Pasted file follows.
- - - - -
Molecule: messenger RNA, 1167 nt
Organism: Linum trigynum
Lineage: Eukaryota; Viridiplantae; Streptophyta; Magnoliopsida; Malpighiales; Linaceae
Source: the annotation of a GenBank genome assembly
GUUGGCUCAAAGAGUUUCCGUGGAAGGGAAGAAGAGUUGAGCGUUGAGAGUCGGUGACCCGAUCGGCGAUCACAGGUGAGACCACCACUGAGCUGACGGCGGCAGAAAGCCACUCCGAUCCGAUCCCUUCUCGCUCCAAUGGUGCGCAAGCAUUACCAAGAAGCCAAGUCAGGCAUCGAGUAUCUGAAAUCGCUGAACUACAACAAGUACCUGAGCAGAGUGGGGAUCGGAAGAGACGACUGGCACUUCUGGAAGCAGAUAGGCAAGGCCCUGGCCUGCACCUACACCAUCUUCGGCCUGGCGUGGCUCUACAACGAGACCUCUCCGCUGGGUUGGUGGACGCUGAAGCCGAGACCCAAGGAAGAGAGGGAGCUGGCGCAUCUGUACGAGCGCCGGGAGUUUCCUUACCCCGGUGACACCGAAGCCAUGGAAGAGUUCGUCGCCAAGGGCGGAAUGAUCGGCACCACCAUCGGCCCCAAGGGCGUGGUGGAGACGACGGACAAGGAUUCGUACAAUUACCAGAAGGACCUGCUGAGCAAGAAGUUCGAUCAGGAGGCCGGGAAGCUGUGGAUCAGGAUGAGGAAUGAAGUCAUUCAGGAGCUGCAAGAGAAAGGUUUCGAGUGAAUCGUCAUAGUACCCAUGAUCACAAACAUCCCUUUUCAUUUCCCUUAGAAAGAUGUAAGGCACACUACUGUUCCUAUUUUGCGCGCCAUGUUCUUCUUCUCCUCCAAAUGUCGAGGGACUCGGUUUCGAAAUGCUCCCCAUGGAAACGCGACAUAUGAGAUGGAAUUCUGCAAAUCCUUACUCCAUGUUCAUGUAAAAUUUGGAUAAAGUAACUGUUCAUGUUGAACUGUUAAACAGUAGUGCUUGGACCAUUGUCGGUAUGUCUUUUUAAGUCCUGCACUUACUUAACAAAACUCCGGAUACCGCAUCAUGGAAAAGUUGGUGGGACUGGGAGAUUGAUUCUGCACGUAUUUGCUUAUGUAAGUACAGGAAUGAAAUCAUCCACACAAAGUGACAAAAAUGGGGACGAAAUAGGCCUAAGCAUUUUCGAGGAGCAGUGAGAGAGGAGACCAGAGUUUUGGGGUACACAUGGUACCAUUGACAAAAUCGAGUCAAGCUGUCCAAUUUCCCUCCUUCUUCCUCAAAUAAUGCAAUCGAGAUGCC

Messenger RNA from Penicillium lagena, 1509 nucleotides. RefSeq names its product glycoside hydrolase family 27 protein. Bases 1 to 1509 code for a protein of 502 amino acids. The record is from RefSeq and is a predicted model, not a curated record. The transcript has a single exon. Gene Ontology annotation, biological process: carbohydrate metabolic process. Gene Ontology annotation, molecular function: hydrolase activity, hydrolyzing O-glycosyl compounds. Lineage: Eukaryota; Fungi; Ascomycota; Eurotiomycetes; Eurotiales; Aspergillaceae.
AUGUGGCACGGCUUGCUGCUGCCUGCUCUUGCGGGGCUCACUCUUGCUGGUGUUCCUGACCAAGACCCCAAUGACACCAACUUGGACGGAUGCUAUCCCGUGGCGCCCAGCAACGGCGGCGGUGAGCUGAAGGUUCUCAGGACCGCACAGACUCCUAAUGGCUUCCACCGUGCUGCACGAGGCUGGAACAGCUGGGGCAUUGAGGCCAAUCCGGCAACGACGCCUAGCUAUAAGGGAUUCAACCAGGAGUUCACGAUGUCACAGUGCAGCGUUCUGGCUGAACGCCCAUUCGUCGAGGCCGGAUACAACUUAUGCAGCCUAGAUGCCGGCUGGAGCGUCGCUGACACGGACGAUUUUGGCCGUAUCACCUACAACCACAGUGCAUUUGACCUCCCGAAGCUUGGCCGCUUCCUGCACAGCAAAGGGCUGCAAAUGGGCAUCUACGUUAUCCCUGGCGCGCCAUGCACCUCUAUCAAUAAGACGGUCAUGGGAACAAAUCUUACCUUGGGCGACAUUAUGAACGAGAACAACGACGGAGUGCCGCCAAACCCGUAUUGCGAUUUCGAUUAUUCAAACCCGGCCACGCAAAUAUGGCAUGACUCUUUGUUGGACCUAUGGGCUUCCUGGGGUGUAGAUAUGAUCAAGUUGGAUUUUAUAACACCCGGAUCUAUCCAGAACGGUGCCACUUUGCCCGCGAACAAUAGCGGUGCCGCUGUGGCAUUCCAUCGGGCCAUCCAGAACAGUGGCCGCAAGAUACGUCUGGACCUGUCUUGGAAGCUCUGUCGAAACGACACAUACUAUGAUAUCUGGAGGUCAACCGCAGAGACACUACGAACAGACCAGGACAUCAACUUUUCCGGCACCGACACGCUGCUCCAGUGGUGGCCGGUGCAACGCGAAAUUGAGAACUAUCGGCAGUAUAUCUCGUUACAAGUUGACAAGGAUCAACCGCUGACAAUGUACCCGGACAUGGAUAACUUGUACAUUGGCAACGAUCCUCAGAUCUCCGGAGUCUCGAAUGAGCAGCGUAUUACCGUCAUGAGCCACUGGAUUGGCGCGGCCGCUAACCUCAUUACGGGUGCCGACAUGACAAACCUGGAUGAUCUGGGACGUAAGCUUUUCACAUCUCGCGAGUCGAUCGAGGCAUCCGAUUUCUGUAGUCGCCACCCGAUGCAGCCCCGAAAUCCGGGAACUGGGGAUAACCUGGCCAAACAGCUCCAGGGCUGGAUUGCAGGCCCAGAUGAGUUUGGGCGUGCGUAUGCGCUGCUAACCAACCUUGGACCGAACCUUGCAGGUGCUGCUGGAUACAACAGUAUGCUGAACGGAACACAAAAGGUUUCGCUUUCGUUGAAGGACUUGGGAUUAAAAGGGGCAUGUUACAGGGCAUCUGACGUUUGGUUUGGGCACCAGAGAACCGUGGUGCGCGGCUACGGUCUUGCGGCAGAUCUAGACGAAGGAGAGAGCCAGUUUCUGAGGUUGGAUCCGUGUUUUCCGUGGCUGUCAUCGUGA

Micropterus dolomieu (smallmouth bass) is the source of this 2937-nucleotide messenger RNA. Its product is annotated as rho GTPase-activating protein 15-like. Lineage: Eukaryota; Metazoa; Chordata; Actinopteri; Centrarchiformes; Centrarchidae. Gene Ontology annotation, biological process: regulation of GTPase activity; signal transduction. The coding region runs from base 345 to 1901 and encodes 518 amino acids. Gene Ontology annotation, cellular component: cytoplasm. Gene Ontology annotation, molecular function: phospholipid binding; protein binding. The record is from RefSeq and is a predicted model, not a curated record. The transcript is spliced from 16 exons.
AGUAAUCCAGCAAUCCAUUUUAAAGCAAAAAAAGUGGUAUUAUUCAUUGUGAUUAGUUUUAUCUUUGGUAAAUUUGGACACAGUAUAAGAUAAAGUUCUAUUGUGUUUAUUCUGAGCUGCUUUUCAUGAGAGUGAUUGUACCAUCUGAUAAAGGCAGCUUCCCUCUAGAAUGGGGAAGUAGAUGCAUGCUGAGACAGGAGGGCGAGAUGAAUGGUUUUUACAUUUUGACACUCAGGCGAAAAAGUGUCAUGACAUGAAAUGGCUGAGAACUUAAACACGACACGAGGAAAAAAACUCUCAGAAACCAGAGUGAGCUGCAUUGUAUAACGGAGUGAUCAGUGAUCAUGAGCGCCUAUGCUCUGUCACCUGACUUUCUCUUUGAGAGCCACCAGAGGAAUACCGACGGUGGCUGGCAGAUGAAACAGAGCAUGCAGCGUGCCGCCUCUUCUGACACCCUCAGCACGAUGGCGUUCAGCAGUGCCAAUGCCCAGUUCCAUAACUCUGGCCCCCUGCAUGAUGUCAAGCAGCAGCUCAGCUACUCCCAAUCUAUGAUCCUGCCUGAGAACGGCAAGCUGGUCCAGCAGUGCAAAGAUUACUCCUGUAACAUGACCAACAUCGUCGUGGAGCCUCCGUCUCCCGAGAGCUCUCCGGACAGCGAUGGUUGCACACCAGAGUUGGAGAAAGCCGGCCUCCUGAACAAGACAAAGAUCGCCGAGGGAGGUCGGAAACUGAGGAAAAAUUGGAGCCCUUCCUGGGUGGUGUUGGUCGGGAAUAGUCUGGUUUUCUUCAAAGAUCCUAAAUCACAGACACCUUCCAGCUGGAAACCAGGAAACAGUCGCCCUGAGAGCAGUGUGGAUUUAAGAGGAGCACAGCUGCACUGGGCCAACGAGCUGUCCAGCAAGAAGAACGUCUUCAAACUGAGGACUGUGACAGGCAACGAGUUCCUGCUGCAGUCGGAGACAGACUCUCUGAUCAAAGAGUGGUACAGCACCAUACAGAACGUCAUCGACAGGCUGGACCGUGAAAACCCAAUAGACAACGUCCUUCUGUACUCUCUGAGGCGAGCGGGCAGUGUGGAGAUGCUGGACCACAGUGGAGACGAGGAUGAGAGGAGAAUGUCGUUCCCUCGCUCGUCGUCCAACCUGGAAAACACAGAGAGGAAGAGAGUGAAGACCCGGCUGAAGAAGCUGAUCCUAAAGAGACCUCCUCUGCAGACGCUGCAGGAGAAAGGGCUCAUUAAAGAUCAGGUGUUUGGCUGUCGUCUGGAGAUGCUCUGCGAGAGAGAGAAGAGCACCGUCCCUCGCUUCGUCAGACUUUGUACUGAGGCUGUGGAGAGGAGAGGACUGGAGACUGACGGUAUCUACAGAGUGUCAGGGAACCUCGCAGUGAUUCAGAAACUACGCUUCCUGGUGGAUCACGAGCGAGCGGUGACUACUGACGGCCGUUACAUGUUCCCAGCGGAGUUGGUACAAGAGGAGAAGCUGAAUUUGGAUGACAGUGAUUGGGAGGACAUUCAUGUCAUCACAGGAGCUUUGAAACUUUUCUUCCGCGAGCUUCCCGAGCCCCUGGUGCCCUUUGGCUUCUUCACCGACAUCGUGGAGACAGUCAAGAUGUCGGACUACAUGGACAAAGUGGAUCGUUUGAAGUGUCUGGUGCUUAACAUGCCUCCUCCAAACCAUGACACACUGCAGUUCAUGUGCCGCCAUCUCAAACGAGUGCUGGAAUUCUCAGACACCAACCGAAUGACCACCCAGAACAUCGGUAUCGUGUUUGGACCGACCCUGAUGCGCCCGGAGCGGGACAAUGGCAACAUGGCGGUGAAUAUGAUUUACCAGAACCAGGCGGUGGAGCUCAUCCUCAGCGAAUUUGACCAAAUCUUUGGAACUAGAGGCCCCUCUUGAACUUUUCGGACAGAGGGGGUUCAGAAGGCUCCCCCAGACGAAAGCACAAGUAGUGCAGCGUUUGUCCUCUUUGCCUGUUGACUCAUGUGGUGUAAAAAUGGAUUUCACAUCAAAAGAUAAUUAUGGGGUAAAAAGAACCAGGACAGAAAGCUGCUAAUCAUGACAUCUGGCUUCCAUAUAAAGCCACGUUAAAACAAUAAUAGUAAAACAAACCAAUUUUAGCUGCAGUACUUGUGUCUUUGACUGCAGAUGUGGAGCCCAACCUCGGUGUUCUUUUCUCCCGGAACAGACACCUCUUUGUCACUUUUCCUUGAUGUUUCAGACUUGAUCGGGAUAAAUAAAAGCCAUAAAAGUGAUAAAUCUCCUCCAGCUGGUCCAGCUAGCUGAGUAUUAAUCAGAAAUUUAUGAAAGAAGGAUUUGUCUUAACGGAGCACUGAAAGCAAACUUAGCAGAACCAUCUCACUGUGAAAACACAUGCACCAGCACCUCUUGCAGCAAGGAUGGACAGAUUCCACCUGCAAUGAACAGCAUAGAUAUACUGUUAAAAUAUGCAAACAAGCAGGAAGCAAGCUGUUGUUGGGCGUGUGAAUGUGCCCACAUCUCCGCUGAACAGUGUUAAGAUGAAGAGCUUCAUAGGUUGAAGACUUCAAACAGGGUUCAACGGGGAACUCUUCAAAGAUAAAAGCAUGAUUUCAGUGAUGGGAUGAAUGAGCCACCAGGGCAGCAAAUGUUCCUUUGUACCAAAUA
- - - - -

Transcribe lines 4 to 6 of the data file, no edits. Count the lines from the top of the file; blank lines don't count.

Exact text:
Source: the annotation of a GenBank genome assembly
GUUGGCUCAAAGAGUUUCCGUGGAAGGGAAGAAGAGUUGAGCGUUGAGAGUCGGUGACCCGAUCGGCGAUCACAGGUGAGACCACCACUGAGCUGACGGCGGCAGAAAGCCACUCCGAUCCGAUCCCUUCUCGCUCCAAUGGUGCGCAAGCAUUACCAAGAAGCCAAGUCAGGCAUCGAGUAUCUGAAAUCGCUGAACUACAACAAGUACCUGAGCAGAGUGGGGAUCGGAAGAGACGACUGGCACUUCUGGAAGCAGAUAGGCAAGGCCCUGGCCUGCACCUACACCAUCUUCGGCCUGGCGUGGCUCUACAACGAGACCUCUCCGCUGGGUUGGUGGACGCUGAAGCCGAGACCCAAGGAAGAGAGGGAGCUGGCGCAUCUGUACGAGCGCCGGGAGUUUCCUUACCCCGGUGACACCGAAGCCAUGGAAGAGUUCGUCGCCAAGGGCGGAAUGAUCGGCACCACCAUCGGCCCCAAGGGCGUGGUGGAGACGACGGACAAGGAUUCGUACAAUUACCAGAAGGACCUGCUGAGCAAGAAGUUCGAUCAGGAGGCCGGGAAGCUGUGGAUCAGGAUGAGGAAUGAAGUCAUUCAGGAGCUGCAAGAGAAAGGUUUCGAGUGAAUCGUCAUAGUACCCAUGAUCACAAACAUCCCUUUUCAUUUCCCUUAGAAAGAUGUAAGGCACACUACUGUUCCUAUUUUGCGCGCCAUGUUCUUCUUCUCCUCCAAAUGUCGAGGGACUCGGUUUCGAAAUGCUCCCCAUGGAAACGCGACAUAUGAGAUGGAAUUCUGCAAAUCCUUACUCCAUGUUCAUGUAAAAUUUGGAUAAAGUAACUGUUCAUGUUGAACUGUUAAACAGUAGUGCUUGGACCAUUGUCGGUAUGUCUUUUUAAGUCCUGCACUUACUUAACAAAACUCCGGAUACCGCAUCAUGGAAAAGUUGGUGGGACUGGGAGAUUGAUUCUGCACGUAUUUGCUUAUGUAAGUACAGGAAUGAAAUCAUCCACACAAAGUGACAAAAAUGGGGACGAAAUAGGCCUAAGCAUUUUCGAGGAGCAGUGAGAGAGGAGACCAGAGUUUUGGGGUACACAUGGUACCAUUGACAAAAUCGAGUCAAGCUGUCCAAUUUCCCUCCUUCUUCCUCAAAUAAUGCAAUCGAGAUGCC

Messenger RNA from Penicillium lagena, 1509 nucleotides. RefSeq names its product glycoside hydrolase family 27 protein. Bases 1 to 1509 code for a protein of 502 amino acids. The record is from RefSeq and is a predicted model, not a curated record. The transcript has a single exon. Gene Ontology annotation, biological process: carbohydrate metabolic process. Gene Ontology annotation, molecular function: hydrolase activity, hydrolyzing O-glycosyl compounds. Lineage: Eukaryota; Fungi; Ascomycota; Eurotiomycetes; Eurotiales; Aspergillaceae.